TORONTO – Bold trades converting prospect capital like Austin Martin and Simeon Woods Richardson into present value like Jose Berrios were always going to be part of the progression for the Toronto Blue Jays after the mega-contract signing of George Springer last winter.
That the transition happened now, hours ahead of Friday’s 4 p.m. ET deadline, before their first home game at Rogers Centre in 670 days, with FanGraphs calculating their playoffs odds at 26 per cent at the beginning of the day, is what’s most intriguing about this springboard blockbuster.
While there are objective reasons to believe that the Blue Jays are better than their 51-48 record, notably a win expectancy of 59-40 based on a plus-97 run differential, there’s just as much cause for them to kick the can down the road and look to reload for 2022.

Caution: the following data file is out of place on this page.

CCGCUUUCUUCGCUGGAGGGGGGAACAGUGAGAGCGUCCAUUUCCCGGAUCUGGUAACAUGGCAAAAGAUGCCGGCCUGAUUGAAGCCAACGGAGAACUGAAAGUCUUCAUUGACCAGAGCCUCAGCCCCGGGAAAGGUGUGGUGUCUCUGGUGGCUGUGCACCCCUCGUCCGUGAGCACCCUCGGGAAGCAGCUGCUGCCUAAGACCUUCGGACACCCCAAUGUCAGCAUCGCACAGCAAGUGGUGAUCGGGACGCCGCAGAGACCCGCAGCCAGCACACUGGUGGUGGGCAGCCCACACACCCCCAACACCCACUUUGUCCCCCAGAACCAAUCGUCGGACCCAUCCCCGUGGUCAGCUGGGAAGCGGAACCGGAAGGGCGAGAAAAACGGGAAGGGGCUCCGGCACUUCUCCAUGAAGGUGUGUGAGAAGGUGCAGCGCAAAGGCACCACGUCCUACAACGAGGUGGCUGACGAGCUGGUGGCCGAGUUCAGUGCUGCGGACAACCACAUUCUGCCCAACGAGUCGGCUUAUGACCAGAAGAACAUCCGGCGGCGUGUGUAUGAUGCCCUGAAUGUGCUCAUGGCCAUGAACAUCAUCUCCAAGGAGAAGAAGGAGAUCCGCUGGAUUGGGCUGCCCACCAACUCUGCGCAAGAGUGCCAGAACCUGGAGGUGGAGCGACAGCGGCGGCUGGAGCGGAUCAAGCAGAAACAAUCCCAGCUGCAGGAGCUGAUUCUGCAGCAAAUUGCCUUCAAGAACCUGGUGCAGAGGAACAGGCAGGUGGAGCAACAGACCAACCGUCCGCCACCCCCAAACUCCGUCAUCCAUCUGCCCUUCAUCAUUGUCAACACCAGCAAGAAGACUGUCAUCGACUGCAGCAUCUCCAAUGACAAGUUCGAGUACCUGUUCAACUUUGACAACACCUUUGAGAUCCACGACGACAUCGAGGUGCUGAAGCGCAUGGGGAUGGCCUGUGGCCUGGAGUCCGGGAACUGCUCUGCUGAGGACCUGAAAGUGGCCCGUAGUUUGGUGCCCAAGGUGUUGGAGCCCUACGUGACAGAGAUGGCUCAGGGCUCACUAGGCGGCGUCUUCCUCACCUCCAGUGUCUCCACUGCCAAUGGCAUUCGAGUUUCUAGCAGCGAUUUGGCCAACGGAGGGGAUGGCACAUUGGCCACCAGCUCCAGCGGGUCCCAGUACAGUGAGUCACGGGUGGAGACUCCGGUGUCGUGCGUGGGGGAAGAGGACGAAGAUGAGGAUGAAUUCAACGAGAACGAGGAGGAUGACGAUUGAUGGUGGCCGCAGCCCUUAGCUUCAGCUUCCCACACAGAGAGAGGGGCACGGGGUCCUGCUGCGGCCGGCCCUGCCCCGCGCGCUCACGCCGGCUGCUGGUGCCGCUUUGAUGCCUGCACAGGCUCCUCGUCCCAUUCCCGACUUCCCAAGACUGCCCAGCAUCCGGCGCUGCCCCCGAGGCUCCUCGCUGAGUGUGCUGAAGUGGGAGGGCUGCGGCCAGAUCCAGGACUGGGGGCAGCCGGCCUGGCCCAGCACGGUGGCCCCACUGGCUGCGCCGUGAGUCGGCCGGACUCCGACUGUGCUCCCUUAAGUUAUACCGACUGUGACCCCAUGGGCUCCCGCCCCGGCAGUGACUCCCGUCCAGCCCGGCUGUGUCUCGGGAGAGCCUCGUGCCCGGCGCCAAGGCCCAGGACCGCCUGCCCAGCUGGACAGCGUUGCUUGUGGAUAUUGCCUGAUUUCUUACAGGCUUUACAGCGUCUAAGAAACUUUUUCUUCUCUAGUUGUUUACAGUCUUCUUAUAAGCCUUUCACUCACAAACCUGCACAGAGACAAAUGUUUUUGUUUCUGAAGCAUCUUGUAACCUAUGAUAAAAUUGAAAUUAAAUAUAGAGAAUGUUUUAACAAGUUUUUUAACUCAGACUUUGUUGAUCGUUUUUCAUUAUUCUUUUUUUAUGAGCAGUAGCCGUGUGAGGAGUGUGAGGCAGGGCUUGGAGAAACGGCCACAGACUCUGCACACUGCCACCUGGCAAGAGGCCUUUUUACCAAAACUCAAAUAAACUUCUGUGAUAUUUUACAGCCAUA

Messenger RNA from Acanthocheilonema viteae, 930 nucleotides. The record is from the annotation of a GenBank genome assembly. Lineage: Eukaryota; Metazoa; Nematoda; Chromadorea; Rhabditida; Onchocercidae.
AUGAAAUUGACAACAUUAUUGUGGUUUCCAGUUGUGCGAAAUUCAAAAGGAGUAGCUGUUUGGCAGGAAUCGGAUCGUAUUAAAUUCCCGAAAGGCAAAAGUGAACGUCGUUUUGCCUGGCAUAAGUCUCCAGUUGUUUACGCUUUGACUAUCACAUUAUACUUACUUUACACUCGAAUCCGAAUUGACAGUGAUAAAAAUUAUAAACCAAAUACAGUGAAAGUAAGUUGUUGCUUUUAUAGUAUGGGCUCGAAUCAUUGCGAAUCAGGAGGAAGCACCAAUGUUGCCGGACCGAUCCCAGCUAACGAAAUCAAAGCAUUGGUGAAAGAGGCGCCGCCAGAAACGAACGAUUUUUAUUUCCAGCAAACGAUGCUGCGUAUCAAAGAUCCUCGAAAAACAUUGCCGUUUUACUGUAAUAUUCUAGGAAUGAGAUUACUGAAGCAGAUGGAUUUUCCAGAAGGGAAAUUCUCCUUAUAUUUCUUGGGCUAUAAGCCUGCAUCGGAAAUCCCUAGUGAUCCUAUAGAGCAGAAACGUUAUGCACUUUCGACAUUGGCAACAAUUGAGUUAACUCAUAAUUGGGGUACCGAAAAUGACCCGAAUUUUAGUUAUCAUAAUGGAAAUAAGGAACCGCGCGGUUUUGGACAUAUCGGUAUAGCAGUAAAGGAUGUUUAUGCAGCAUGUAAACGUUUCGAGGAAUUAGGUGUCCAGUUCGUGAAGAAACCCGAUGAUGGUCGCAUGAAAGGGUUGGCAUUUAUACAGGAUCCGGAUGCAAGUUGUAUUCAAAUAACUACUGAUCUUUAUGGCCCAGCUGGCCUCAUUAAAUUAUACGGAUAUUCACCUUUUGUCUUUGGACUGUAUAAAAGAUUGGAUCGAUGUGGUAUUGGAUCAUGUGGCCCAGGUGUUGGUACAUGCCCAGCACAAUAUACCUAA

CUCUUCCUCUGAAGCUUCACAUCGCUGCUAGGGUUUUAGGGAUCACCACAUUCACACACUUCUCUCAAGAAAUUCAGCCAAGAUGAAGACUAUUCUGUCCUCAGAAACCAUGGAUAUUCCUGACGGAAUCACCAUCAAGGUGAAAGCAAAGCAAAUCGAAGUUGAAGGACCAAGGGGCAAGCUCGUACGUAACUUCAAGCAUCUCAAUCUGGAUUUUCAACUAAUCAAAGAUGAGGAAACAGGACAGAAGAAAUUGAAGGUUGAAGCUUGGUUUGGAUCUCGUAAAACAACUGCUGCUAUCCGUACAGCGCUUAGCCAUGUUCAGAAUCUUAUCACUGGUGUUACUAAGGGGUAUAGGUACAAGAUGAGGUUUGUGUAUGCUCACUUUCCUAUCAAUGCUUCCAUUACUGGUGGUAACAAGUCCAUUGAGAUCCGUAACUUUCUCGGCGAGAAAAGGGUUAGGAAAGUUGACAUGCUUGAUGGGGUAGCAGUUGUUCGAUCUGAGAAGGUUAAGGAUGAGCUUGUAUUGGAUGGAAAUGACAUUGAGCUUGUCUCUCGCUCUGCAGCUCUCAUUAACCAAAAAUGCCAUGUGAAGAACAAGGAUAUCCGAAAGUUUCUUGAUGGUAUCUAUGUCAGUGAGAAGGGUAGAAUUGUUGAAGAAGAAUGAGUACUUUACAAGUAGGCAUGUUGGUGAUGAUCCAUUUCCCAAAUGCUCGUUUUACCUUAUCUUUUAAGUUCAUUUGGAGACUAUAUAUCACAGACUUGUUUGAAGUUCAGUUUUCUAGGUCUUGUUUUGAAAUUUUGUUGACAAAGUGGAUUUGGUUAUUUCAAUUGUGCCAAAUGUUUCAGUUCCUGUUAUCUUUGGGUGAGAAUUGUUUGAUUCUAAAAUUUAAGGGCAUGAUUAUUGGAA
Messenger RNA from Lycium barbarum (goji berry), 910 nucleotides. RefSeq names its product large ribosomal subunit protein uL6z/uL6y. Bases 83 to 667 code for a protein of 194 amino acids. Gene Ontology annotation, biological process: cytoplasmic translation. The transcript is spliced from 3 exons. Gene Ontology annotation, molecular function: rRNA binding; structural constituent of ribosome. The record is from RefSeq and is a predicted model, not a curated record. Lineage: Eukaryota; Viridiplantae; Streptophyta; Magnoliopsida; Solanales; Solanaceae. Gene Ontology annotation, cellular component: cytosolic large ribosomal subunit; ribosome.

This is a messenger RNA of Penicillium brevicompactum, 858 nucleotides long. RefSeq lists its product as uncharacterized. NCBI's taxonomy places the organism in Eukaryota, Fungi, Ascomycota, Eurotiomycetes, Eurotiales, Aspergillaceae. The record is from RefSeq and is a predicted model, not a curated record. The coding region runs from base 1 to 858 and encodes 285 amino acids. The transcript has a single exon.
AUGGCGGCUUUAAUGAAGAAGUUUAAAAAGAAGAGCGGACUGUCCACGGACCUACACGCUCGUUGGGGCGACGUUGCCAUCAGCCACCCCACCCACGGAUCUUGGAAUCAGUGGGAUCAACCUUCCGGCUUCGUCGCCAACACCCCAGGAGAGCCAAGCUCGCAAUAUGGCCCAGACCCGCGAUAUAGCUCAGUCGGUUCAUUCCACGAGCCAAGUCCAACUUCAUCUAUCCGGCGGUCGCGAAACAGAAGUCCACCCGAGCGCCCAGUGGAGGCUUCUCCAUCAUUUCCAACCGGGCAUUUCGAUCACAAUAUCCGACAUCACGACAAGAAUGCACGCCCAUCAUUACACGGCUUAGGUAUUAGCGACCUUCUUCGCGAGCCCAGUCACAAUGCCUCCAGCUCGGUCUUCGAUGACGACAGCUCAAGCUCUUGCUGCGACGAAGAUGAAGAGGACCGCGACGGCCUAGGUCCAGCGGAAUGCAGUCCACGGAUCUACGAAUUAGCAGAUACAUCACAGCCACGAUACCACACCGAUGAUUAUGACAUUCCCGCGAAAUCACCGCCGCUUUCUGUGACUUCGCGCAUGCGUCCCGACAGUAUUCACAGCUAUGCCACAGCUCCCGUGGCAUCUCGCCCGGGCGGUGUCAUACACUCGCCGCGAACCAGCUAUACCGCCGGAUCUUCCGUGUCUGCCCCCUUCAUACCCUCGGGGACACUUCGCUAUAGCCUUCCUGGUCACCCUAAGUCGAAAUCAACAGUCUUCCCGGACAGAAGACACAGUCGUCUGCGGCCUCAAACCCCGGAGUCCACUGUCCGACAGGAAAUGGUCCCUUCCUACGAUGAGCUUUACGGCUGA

The Blue Jays entered the day 4.5 games back of Oakland for the second wild card spot, with Seattle and the Yankees between them and each had improved ahead of the deadline. Martin opened the season as the club’s top ranked prospect according to Baseball America, rated No. 22 overall in the game at midseason while Woods Richardson sat fourth on the team list.
Parting with them now is a substantial price, even if Berrios remains under contractual control through the 2022 season. For the first time under president and CEO Mark Shapiro and GM Ross Atkins, the Blue Jays have subtracted meaningfully from a farm system carefully curated since their arrival after the 2015 season.
There’s risk here that one or both emerge into significant players while the Blue Jays get only a season and two months with Berrios. But if such deals don’t happen now, then when? And at a certain point, the priority has to shift to leveraging every bit of Vladimir Guerrero Jr., Bo Bichette, Springer, Teoscar Hernandez, Hyun Jin Ryu and the rest of a talented group.